Men of letters court chance to pool their wits

Greg Wood sees darts continue its emergence from the gloom of the late Eighties in the emotional atmosphere of an Essex night-club
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The Independent Online
It was shortly after 1pm and Dennis "The Menace" Priestley was ready to make his entrance into the Circus Tavern for the first match of the day in the WDC World Darts Championship, but something was not quite right. Despite the best endeavours of several smoke machines, not to mention the substantial puffing majority in the audience, you could still see the board, so a man with a mobile fug-generator - who was clearly being paid by the cough - was dispatched to add a final cloud or three. By the time he had finished, visibility was down to six inches. At last, somewhere to the left of the acrid fogbank, the stage was set for darts, Sky-style.

And that, it must be said, is the only style worth bothering with. In each of the four years since the WDC breakaway, the presentation at the Purfleet venue has grown a little more garish, but it is none the worse for that. When darts fell into a late-80s slump even more drastic than the one in the housing market, the big names felt a new ruling body was the only answer, and now their decision appears to be paying off.

After lagging behind the prize-money on offer in the other world championship, the Embassy event at Frimley Green, the WDC tournament now offers pounds 45,000 to the winner, the largest prize in darts. The formula - gladiatorial entrances, young women in swimsuits, bright lights and thumping disco beats - might not appeal to the old-timers in the snug of the Ferret and Trouser-Leg, but darts, you feel, is finally on the way back.

And it has much to offer, not least a degree of audience participation which few other sports would encourage in these nervous times. Spectators are encouraged to line the route to the stage, exchanging handshakes and backslaps with their favourites while the kids pucker up in the hope of a kiss, cheerfully unaware that, if they breathe in at the wrong moment, it will probably leave them both drunk and choking. It is rather difficult to imagine Nick Faldo indulging in similar pleasantries on the first tee at St Andrews.

Priestley's route yesterday was relatively trouble-free, but such was the crush when Eric Bristow appeared the previous evening that it seemed odds-against him even making it to the oche. Lucky for him, the cynics would have said beforehand, such has been Bristow's decline from the mid- 80s heyday when he was all but unbeatable and one of the best-known faces in Britain.

Yet despite setting out as a 150-1 chance to win the tournament, the "Crafty Cockney" Bristow swept past Bob Anderson, the No 3 seed, finishing the final leg from 276 with four straight treble-20s and double 18. It was as if he had never been away, and at the final double the Tavern descended into ecstatic bedlam.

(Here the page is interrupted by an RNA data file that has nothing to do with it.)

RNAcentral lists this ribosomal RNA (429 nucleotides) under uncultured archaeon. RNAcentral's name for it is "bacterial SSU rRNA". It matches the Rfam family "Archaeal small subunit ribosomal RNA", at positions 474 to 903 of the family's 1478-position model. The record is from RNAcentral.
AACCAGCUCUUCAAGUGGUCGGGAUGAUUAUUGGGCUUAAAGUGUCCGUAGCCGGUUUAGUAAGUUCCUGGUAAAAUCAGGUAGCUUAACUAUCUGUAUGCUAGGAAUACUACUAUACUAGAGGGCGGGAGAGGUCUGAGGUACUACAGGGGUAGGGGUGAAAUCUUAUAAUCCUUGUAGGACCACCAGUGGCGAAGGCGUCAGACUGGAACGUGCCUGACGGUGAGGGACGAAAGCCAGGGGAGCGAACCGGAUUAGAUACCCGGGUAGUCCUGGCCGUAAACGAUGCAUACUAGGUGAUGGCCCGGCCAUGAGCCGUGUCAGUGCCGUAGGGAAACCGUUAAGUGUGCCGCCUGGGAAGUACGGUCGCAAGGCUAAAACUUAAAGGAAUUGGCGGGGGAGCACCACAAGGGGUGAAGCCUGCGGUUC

But as even Bristow later admitted, "you can't have two world championships in any sport", and indeed, the plague of acronyms which has infested darts as thoroughly as it has boxing may at last be responding to treatment. The British Darts Organisation, which banned the renegade players from all its "open" events four years ago, is on the receiving end of a World Darts Council writ alleging restraint of trade which, after a delay of almost two years, will finally reach a court in June. Close observers of darts politics feel that a reconciliation between the two organisations is as inevitable as it is overdue.

What is certain, though, is that no matter how the sport arranges itself in the coming months, Priestley, who made impressively short work of Steve Brown yesterday, and Phil Taylor, who he is seeded to meet in Sunday's final, are the finest two players in the world and have been throughout the 90s. Their rivalry, which must be among the most enduring in any sport, is a friendly one, but there is an added edge this year as Taylor attempts to equal Bristow's record of five world titles.

"If he plays very well and beats me, and I don't play really badly, then I'm happy, and I sure it's the same for him," Priestley says. "It's a matter of putting pressure on at the right time. You can score well and then miss a double and then suddenly he'll get a 156 out-shot and you're left regretting it all. Last year in the final I played excellent darts and it wasn't enough, but maybe if we get there this year, the pressure of going for three in a row will get to him a little."

But even another classic like their match 12 months ago will not shift the prejudice which still persists in some areas of the British sporting audience. "There are obviously some people here who look at darts and see cloth caps," Priestley says, "but if you go to America or Australia it doesn't have that stigma, and you find that there are lawyers and doctors playing."

Whether the doctors would approve of the smoke machines, of course, is another matter entirely.

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